Republican presidential candidates on Sunday sought to play up their appeal to women voters, in an effort to counter concern that recent comments from GOP front-runner Donald Trump would hinder the eventual party nominee’s ability to win over women in the general election.

The candidates spoke as Mr. Trump, a real-estate magnate denied his remarks about Fox News host Megyn Kelly were a reference to her menstrual cycle.

Mr. Trump on Friday lashed out at Ms. Kelly, who had asked him in Thursday’s debate about his history of making incendiary remarks about women. He told CNN, “You could see there was blood coming out of her eyes. Blood coming out of her wherever.” Mr. Trump says he was employing a metaphor about her speaking in anger with blood coming from her nose.

On Sunday, former Hewlett-Packard Co. chief executive officer Carly Fiorina, the only woman in the Republican field, said she had been subject to similar hormonally themed attacks throughout her career.

“As I made my way up in the business world, a male-dominated business world, I’ve had lots of men imply that I was unfit for decision-making because maybe I was having my period,” she said on CNN’s “State of the Union.”

Mrs. Fiorina praised private sector companies such as Netflix Inc. that have offered workers paid maternity leave, though she reiterated her opposition to “the federal government mandating paid maternity leave to every company out there.”

She said Netflix NFLX -2.37% was “doing the right thing because they know it helps them attract the right talent.”

Ohio Gov. John Kasich said Sunday that he went out of his way to recruit women to his campaign and administration because, in his experience, “whenever women touch anything, they clearly make it better than we do, as guys.”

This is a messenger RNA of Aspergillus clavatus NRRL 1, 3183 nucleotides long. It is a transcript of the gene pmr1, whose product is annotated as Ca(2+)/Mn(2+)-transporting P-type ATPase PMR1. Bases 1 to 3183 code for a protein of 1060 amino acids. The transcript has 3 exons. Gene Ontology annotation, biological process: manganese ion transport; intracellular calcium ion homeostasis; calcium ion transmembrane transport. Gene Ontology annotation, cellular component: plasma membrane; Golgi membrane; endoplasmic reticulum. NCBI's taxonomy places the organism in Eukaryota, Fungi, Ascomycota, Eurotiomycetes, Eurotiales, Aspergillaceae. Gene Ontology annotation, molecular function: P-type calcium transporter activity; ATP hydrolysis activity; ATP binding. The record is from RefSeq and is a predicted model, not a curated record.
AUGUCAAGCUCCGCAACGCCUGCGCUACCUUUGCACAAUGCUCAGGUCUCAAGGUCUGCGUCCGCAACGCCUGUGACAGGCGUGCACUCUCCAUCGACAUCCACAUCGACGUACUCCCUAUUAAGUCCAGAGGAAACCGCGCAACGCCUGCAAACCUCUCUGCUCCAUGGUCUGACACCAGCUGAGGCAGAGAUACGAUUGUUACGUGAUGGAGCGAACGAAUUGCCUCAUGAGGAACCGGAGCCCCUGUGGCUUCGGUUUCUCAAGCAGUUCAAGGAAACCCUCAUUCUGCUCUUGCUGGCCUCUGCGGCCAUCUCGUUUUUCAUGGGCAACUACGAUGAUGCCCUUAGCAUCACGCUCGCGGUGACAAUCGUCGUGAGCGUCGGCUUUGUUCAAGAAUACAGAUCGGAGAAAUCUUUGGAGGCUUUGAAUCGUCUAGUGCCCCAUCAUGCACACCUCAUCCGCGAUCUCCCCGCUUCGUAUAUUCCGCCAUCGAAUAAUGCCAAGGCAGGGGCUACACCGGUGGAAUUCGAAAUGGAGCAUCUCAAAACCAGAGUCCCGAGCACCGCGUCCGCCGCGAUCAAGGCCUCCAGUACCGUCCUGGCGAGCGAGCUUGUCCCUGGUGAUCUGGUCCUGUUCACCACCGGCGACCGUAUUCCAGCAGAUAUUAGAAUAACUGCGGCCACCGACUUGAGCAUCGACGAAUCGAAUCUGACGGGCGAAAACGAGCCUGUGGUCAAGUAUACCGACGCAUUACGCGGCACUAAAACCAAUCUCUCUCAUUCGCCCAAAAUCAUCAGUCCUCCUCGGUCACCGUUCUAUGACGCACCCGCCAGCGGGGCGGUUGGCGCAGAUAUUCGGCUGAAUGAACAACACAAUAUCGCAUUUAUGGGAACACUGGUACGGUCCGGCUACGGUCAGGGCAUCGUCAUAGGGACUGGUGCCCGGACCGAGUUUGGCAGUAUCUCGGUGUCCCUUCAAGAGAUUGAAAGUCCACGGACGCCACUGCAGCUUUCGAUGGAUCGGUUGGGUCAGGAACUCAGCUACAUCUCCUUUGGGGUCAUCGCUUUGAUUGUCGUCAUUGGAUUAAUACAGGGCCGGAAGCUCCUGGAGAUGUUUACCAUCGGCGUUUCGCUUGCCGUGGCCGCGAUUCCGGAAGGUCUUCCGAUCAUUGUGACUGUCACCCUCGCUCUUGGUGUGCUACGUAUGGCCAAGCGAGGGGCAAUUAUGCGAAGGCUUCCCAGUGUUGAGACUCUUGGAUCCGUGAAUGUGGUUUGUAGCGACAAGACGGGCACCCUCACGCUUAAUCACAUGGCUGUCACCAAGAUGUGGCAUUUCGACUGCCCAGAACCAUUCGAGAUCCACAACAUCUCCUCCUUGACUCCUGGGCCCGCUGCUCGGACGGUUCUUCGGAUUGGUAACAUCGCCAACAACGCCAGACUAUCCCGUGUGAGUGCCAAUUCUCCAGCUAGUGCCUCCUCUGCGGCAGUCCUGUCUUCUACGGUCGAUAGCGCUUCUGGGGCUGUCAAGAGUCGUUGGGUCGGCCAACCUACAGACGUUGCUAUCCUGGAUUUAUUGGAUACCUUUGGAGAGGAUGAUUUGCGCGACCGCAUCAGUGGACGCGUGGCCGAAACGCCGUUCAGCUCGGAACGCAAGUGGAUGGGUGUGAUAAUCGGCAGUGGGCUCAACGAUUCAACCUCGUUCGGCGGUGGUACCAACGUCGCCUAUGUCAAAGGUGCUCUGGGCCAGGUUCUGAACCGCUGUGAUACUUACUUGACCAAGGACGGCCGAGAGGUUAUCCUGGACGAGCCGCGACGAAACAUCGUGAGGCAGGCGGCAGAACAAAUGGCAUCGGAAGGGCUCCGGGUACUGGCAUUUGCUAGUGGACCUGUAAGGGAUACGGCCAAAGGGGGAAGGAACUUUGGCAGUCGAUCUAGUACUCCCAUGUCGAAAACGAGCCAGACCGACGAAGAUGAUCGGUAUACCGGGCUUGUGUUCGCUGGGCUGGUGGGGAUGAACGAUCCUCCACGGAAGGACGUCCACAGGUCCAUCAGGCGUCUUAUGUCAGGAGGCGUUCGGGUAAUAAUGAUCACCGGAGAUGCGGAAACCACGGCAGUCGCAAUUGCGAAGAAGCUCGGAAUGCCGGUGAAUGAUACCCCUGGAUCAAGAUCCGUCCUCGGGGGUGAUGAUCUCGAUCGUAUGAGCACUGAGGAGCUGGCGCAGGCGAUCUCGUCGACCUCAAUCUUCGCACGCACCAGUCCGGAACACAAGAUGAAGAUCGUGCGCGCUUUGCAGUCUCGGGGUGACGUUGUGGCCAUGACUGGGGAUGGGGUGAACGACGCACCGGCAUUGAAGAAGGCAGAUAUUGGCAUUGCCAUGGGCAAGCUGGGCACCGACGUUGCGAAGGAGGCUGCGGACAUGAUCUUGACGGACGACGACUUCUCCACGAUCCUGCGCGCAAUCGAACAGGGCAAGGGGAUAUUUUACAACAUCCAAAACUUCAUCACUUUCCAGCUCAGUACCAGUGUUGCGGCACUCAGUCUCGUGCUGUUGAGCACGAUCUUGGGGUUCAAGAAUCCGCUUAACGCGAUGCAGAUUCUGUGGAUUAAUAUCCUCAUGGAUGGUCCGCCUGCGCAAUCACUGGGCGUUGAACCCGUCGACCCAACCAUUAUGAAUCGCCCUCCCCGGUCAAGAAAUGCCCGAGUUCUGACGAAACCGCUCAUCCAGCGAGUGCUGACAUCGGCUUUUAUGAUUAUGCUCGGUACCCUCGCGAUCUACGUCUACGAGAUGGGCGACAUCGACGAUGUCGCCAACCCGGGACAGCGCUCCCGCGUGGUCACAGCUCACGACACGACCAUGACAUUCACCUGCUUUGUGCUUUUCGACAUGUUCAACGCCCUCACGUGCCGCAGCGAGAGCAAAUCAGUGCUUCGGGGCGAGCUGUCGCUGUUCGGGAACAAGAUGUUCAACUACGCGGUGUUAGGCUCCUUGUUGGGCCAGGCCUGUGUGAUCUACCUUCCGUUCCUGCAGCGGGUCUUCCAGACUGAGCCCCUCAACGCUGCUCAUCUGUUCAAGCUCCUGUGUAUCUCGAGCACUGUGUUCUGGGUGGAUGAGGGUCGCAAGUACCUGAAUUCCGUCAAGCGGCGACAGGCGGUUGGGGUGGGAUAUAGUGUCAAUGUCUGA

“I have got strong women in my family. I have got strong women in my administration. And I have strong women in my campaign. In fact, my campaign manager is a woman,” he said.

Mr. Trump, a real estate magnate, also sought to position himself as a champion for women in the workplace, even as he refused to apologize for attacking the appearance of women who had criticized him.

He praised his female employees as “amazing executives,” “phenomenal,” and “killers.”

“I’ve always had a great relationship to the women,” he said on ABC’s “This Week.”  “I was one of the first people in the construction industry to put women in charge of major construction projects.”

Meanwhile, GOP presidential contenders former Arkansas Gov.  Michael Huckabee and Florida Sen. Marco Rubio both affirmed their strict anti-abortion positions.

“I don’t think it’s legal,” Mr. Huckabee said of abortion on ABC’s show. “I think it violates the Fifth and Fourteenth Amendment rights of an unborn person.”

Mr. Rubio said there was “no doubt that a woman has a right to her own body,” but that right needed to be balanced with “the right of a human being to live.” He illustrated what he called a “difficult question” with a hypothetical scared 15-year-old girl who needed an abortion, concluding that he would “err on the side of life,” suggesting he would have the girl carry the pregnancy to term.

Sabrina Schaeffer, executive director of the conservative research group Independent Women’s Forum, said she hoped Sunday’s discussion of women in the workplace heralded the beginning of a broader conversation among conservatives on how to reach women voters on economic issues such as pay equity and flexible working arrangements.

“The reality is, I don’t think that many conservatives are paying attention to how much Democrats recognize the importance of women voters [who] have really shifted their focus to workplace issues,” she said in an interview. “I think that’s a real opportunity for Republicans not to shy away from talking about those issues but to take them head on.”

Democratic National Committee spokeswoman Holly Shulman dismissed the Republican candidates’ remarks.

“Rubio tripled down on his anti-choice policies – without exceptions. Kasich listed the binders of women he knows, but his policies have shut down women’s health clinics,” she said in a statement.  “It’s not just Republican rhetoric that is offensive to women, it’s their policies as well. And today’s Sunday show appearances only made things worse.”